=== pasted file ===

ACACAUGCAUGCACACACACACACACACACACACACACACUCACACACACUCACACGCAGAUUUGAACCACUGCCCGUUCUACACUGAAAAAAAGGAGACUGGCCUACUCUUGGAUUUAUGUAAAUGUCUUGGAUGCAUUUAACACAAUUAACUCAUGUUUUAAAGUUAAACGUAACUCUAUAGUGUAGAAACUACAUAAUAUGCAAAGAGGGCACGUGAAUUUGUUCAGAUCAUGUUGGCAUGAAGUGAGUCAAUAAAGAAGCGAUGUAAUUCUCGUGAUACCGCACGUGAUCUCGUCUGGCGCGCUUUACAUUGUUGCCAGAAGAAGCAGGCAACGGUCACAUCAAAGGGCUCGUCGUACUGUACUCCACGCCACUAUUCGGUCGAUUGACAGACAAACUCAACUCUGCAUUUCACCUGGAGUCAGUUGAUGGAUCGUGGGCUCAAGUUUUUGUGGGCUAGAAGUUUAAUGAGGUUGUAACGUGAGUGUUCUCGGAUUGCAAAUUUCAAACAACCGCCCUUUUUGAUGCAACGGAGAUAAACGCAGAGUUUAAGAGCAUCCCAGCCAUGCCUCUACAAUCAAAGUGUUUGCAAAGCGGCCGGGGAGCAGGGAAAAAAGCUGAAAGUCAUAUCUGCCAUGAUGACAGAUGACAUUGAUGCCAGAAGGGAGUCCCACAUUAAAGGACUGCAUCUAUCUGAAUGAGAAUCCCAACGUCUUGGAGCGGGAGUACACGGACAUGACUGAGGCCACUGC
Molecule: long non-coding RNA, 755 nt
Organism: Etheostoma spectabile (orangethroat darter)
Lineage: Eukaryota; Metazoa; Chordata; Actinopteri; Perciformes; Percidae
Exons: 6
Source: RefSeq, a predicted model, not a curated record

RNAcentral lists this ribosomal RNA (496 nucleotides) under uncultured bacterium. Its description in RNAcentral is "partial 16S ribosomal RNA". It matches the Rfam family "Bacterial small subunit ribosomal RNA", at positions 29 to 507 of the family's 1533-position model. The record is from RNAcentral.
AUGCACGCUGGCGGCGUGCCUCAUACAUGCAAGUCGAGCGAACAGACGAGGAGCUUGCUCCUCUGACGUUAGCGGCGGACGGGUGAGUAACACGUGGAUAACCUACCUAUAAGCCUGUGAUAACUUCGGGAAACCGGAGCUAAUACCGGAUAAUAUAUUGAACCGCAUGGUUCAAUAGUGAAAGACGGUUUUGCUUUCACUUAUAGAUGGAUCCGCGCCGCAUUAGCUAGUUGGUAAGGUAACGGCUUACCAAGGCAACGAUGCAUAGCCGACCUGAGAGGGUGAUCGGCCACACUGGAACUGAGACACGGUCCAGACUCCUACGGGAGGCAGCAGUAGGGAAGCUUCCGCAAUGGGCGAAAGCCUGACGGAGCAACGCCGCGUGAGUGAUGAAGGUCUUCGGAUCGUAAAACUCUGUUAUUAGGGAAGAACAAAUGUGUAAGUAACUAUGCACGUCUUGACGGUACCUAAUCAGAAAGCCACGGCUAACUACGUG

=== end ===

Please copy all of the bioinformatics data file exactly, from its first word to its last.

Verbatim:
ACACAUGCAUGCACACACACACACACACACACACACACACUCACACACACUCACACGCAGAUUUGAACCACUGCCCGUUCUACACUGAAAAAAAGGAGACUGGCCUACUCUUGGAUUUAUGUAAAUGUCUUGGAUGCAUUUAACACAAUUAACUCAUGUUUUAAAGUUAAACGUAACUCUAUAGUGUAGAAACUACAUAAUAUGCAAAGAGGGCACGUGAAUUUGUUCAGAUCAUGUUGGCAUGAAGUGAGUCAAUAAAGAAGCGAUGUAAUUCUCGUGAUACCGCACGUGAUCUCGUCUGGCGCGCUUUACAUUGUUGCCAGAAGAAGCAGGCAACGGUCACAUCAAAGGGCUCGUCGUACUGUACUCCACGCCACUAUUCGGUCGAUUGACAGACAAACUCAACUCUGCAUUUCACCUGGAGUCAGUUGAUGGAUCGUGGGCUCAAGUUUUUGUGGGCUAGAAGUUUAAUGAGGUUGUAACGUGAGUGUUCUCGGAUUGCAAAUUUCAAACAACCGCCCUUUUUGAUGCAACGGAGAUAAACGCAGAGUUUAAGAGCAUCCCAGCCAUGCCUCUACAAUCAAAGUGUUUGCAAAGCGGCCGGGGAGCAGGGAAAAAAGCUGAAAGUCAUAUCUGCCAUGAUGACAGAUGACAUUGAUGCCAGAAGGGAGUCCCACAUUAAAGGACUGCAUCUAUCUGAAUGAGAAUCCCAACGUCUUGGAGCGGGAGUACACGGACAUGACUGAGGCCACUGC
Molecule: long non-coding RNA, 755 nt
Organism: Etheostoma spectabile (orangethroat darter)
Lineage: Eukaryota; Metazoa; Chordata; Actinopteri; Perciformes; Percidae
Exons: 6
Source: RefSeq, a predicted model, not a curated record

RNAcentral lists this ribosomal RNA (496 nucleotides) under uncultured bacterium. Its description in RNAcentral is "partial 16S ribosomal RNA". It matches the Rfam family "Bacterial small subunit ribosomal RNA", at positions 29 to 507 of the family's 1533-position model. The record is from RNAcentral.
AUGCACGCUGGCGGCGUGCCUCAUACAUGCAAGUCGAGCGAACAGACGAGGAGCUUGCUCCUCUGACGUUAGCGGCGGACGGGUGAGUAACACGUGGAUAACCUACCUAUAAGCCUGUGAUAACUUCGGGAAACCGGAGCUAAUACCGGAUAAUAUAUUGAACCGCAUGGUUCAAUAGUGAAAGACGGUUUUGCUUUCACUUAUAGAUGGAUCCGCGCCGCAUUAGCUAGUUGGUAAGGUAACGGCUUACCAAGGCAACGAUGCAUAGCCGACCUGAGAGGGUGAUCGGCCACACUGGAACUGAGACACGGUCCAGACUCCUACGGGAGGCAGCAGUAGGGAAGCUUCCGCAAUGGGCGAAAGCCUGACGGAGCAACGCCGCGUGAGUGAUGAAGGUCUUCGGAUCGUAAAACUCUGUUAUUAGGGAAGAACAAAUGUGUAAGUAACUAUGCACGUCUUGACGGUACCUAAUCAGAAAGCCACGGCUAACUACGUG